But Keane had two key players returning to the team: captains Jason Dlugolecki and Barrett Hanlon. When Hanlon made it back from a wrist injury early in the season, Hopkinton took off.
The slight, soft-spoken point guard shouted out his own plays over the din of tournament crowds, and his teammates followed his lead all the way to their second straight sectional final, carrying themselves with confidence, though no one else expected them to make it there.
A loss to Stoughton stopped their ride, but didn’t ruin it.
Memories of this season will stay with Arlington Catholic’s coach, Dave Brady. His two senior captains won’t let him forget. In their careers, Emma Roberson and Nicole Catizone led the Cougars to a 15-3 record in tournament play. They won the Division 2 state title last season, and got back to the North final again this year.
Brady remembers Catizone’s toughness. She sprained the thumb on her shooting hand and played with it taped all year. She still shot about 40 percent on her 3-point shots.
He remembers Roberson’s heart. She scored every time the Cougars needed it, pouring in 27 points - including 21 in the second half - in the team’s final loss to Reading Memorial High.
“The scoreboard said we lost, but never in their careers have they failed,’’ Brady said. “They’ve never failed at anything they’ve ever done for this basketball program.’’
Brady was upset with himself for a technical foul he was issued in the fourth quarter of the final. But he won’t soon forget how the captains embraced him afterward.
“They said, ‘Win as a team, lose as a team,’ ’’ he said. “They’re bigger people than I am.’’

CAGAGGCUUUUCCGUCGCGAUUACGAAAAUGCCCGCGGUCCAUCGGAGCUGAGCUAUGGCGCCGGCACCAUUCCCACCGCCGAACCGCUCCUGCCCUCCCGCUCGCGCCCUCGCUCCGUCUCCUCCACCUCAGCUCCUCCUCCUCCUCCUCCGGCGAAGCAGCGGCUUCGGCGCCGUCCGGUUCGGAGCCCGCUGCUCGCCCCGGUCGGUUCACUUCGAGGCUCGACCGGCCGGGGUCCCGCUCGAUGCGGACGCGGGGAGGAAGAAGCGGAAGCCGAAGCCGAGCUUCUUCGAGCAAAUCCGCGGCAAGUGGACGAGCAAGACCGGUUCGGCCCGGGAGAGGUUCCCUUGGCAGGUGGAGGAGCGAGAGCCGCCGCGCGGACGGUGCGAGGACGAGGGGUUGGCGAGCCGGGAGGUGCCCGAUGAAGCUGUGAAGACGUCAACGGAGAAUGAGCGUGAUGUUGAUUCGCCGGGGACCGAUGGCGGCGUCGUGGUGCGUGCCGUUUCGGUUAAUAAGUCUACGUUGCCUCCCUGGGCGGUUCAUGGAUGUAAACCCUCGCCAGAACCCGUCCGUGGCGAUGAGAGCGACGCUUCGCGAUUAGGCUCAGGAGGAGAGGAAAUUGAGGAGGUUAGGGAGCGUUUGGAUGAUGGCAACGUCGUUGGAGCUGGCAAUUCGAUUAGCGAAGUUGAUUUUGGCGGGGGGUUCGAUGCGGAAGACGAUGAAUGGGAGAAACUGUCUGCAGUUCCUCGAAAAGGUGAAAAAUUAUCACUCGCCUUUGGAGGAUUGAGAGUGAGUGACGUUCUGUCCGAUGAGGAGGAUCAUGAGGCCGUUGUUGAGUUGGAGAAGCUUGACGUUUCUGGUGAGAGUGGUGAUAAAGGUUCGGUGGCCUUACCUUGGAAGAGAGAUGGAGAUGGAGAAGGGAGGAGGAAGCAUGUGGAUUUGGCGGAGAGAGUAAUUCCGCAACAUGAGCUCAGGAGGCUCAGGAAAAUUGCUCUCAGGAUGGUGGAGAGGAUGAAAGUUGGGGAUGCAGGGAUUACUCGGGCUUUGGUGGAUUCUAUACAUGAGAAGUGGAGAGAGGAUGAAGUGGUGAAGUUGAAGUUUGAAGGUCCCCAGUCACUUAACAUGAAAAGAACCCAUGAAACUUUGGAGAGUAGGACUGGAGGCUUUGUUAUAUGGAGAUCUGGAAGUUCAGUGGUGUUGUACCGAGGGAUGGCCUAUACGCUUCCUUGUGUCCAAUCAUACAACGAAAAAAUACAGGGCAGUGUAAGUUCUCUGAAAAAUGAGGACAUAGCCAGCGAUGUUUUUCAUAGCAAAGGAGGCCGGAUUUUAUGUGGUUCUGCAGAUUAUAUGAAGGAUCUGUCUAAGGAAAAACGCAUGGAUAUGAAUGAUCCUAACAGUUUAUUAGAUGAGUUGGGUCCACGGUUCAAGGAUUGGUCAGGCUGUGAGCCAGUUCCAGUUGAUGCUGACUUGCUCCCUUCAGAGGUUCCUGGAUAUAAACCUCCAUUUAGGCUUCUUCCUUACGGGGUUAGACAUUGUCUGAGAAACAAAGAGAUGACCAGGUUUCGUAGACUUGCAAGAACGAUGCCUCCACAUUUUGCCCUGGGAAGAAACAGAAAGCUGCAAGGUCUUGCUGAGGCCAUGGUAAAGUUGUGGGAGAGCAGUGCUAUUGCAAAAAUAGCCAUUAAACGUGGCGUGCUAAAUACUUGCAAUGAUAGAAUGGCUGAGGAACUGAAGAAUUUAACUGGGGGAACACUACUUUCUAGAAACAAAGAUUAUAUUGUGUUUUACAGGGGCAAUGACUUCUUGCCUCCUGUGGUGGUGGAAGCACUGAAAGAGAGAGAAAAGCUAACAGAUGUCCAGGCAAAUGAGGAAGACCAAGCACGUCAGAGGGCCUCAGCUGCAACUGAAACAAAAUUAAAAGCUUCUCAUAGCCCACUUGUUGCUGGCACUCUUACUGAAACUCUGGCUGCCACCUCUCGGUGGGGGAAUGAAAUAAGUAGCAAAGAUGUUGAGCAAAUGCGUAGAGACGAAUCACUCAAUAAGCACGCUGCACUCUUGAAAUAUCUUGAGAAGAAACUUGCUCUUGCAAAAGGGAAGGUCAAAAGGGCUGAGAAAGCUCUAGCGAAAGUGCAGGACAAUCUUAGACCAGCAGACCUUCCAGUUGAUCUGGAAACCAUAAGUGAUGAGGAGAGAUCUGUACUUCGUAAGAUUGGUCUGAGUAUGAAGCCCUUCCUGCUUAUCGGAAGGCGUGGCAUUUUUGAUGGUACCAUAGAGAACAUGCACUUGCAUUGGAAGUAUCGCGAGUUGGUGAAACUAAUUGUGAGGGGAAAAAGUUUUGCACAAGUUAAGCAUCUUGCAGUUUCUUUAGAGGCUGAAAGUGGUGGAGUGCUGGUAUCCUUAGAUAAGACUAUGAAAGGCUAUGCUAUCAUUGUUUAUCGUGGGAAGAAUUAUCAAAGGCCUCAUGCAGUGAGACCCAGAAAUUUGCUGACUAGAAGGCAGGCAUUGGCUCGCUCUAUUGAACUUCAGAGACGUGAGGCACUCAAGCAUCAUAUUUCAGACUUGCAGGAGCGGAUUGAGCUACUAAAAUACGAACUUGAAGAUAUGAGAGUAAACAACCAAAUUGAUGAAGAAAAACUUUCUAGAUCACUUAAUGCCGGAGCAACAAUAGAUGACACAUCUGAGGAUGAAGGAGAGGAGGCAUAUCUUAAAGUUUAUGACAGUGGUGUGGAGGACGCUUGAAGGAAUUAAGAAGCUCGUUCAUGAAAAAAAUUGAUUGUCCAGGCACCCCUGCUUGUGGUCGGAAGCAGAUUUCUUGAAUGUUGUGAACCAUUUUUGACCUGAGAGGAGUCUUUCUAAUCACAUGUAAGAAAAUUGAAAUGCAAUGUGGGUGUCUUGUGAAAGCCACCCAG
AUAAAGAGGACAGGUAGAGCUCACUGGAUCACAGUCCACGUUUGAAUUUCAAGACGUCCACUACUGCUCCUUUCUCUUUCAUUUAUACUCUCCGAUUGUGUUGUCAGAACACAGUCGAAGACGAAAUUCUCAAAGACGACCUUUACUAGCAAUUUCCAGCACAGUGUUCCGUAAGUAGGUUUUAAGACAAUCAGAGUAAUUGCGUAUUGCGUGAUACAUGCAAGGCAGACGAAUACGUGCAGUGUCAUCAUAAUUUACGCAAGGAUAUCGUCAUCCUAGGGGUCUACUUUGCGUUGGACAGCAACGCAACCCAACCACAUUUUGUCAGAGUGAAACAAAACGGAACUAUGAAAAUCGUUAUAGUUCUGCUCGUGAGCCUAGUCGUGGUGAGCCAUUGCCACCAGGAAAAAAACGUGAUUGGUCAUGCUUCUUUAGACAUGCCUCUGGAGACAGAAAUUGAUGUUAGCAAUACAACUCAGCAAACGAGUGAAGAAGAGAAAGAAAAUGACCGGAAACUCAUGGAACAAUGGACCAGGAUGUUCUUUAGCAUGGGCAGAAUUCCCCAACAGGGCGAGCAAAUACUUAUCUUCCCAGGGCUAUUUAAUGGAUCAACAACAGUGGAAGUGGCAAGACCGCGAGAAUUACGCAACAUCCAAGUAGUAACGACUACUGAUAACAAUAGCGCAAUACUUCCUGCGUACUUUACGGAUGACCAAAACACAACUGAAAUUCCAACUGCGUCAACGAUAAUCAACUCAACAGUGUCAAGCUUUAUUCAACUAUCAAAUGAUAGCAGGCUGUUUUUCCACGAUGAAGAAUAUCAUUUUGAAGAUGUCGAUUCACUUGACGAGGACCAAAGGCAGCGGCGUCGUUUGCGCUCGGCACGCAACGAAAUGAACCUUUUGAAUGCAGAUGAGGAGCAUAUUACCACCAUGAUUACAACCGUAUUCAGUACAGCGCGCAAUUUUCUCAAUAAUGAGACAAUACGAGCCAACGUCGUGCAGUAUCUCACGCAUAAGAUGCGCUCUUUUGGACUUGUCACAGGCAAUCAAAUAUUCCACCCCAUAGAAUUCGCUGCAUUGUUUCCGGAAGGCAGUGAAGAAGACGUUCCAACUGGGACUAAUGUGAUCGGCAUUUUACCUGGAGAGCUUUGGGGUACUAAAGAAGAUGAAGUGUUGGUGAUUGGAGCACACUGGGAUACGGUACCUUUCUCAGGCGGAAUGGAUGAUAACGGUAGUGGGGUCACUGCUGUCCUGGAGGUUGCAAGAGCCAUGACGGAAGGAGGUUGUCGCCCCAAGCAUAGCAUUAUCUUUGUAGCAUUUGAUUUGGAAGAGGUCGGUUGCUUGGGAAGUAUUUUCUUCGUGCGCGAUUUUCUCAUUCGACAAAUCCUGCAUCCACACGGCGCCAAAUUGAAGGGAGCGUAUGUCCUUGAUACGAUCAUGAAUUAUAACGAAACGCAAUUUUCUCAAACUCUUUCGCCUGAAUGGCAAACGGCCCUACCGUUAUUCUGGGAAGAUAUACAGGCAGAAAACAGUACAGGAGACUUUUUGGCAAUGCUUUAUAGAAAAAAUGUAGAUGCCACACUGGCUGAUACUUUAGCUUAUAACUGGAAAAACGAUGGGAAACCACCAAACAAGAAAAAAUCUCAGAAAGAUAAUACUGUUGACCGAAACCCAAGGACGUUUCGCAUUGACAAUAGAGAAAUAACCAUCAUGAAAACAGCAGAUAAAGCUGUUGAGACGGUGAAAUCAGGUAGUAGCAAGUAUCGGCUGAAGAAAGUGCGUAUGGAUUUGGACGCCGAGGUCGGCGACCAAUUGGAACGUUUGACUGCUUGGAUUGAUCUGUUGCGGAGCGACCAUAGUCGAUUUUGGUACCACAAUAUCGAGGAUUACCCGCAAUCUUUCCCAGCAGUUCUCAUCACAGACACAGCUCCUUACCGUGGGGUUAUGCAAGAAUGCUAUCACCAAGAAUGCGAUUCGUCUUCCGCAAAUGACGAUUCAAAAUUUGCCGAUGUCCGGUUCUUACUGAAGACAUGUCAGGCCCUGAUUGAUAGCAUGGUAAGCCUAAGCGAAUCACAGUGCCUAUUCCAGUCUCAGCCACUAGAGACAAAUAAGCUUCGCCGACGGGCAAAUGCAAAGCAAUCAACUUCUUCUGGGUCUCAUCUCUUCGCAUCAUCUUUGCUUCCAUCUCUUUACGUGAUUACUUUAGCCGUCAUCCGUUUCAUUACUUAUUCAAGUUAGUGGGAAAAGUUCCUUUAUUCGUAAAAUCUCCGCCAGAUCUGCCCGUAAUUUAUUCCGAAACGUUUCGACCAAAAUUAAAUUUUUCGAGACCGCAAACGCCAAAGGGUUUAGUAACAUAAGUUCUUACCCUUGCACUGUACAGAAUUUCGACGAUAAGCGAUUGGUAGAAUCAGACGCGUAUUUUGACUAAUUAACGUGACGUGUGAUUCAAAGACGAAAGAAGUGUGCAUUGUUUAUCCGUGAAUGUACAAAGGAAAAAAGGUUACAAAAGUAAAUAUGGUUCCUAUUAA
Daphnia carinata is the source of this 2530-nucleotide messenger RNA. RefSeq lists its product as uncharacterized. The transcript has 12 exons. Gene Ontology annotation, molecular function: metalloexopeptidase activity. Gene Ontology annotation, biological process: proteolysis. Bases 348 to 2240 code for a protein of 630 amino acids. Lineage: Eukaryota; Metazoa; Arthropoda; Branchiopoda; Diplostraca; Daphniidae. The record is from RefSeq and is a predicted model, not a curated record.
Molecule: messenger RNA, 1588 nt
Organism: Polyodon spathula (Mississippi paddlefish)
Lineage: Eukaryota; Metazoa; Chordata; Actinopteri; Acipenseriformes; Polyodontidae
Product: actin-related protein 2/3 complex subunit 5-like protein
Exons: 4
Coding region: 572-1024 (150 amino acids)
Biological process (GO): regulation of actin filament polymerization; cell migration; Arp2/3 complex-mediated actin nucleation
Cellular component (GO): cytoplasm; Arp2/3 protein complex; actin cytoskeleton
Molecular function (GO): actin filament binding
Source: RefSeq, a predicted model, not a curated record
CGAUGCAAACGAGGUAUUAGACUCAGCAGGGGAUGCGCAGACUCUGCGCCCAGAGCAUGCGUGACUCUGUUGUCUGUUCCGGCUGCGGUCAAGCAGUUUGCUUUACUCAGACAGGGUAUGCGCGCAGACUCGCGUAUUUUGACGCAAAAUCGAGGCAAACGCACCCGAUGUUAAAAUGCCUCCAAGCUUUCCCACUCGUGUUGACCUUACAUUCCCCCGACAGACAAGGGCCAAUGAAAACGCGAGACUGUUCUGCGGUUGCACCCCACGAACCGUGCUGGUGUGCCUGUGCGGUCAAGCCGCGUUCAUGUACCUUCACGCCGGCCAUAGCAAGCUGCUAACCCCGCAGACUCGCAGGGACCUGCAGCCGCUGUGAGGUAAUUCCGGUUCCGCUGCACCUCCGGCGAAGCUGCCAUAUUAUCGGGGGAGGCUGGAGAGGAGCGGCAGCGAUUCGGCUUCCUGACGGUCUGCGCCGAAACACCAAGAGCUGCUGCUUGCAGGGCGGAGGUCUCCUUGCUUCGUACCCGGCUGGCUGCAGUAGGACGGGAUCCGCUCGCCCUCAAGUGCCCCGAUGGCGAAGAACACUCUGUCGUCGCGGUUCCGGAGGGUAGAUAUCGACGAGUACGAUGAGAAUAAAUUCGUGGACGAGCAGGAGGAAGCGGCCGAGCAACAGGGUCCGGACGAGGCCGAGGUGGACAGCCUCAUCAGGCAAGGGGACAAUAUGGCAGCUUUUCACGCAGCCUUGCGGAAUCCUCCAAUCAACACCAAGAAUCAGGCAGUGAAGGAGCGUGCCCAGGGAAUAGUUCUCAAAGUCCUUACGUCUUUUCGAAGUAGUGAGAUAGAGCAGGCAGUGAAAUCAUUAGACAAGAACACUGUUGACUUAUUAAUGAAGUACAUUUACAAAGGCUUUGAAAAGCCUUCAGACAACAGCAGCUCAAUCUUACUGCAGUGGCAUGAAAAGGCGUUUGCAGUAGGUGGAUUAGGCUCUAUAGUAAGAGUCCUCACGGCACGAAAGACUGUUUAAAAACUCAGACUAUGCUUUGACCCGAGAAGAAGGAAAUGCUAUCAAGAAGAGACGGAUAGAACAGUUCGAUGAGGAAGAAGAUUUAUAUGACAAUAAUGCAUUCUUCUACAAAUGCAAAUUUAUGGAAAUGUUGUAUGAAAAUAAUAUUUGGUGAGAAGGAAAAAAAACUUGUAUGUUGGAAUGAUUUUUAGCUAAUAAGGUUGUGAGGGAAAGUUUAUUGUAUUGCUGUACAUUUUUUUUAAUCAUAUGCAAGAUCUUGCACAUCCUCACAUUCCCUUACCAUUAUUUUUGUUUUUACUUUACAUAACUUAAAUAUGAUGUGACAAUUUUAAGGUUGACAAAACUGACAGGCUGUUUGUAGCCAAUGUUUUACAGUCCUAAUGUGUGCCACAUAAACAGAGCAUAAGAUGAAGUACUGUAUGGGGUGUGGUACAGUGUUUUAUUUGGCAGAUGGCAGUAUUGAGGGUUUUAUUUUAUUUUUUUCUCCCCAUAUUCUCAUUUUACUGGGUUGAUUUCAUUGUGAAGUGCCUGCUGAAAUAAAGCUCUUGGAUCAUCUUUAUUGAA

The Franklin girls showed how big they were when they won the Hockomock League’s regular-season title. They could have cut down the nets at their opponent’s gym, but the Panthers did not want to show anyone up. Instead they traveled back to Franklin and snipped the nets at their empty home court as a few parents looked on.
“They made the point: Because we reached one of our goals, it doesn’t mean that our season is done,’’ said coach John Leighton. “It was a nice transition from that point on to say, ‘Let’s go see what we can do in the tournament.’ ’’
With the No. 1 seed in the Division 1 South tournament, the Panthers fought off Newton North and Quincy as senior captain Alicia Wilde essentially doubled her regular-season scoring average, and teamed with senior captain Catie Phelan and the team’s leading scorer, junior Alicia Kutil, to handle the offense.
They eventually lost to Braintree, but Kutil and eight others will be back to try to re-create Franklin’s path to the final.
Lexington, on the other hand, will lose nine seniors from this year’s boys’ team that made a seismic turnaround. Senior captain Chris O’Keefe remembers when the change began.
Midway through the season, on the team’s white board in the locker room, the players wrote in blue ink the qualities they planned to exhibit throughout the remainder of their season. Each player signed his name to the board, vowing to bring those qualities to the floor.
Soon their dry-erase promises became something more permanent, and they surpassed all expectations.
While the seniors leave with memories of what they accomplished, they hope that what they’ve left behind is equally enduring.
“I hope we leave a legacy,’’ said O’Keefe, who followed in the footsteps of his older brothers, Jimmy and Dan, on the court for the Minutemen. “We wanted to leave the legacy of working hard and doing whatever you can to help the team. That’s my intention.’’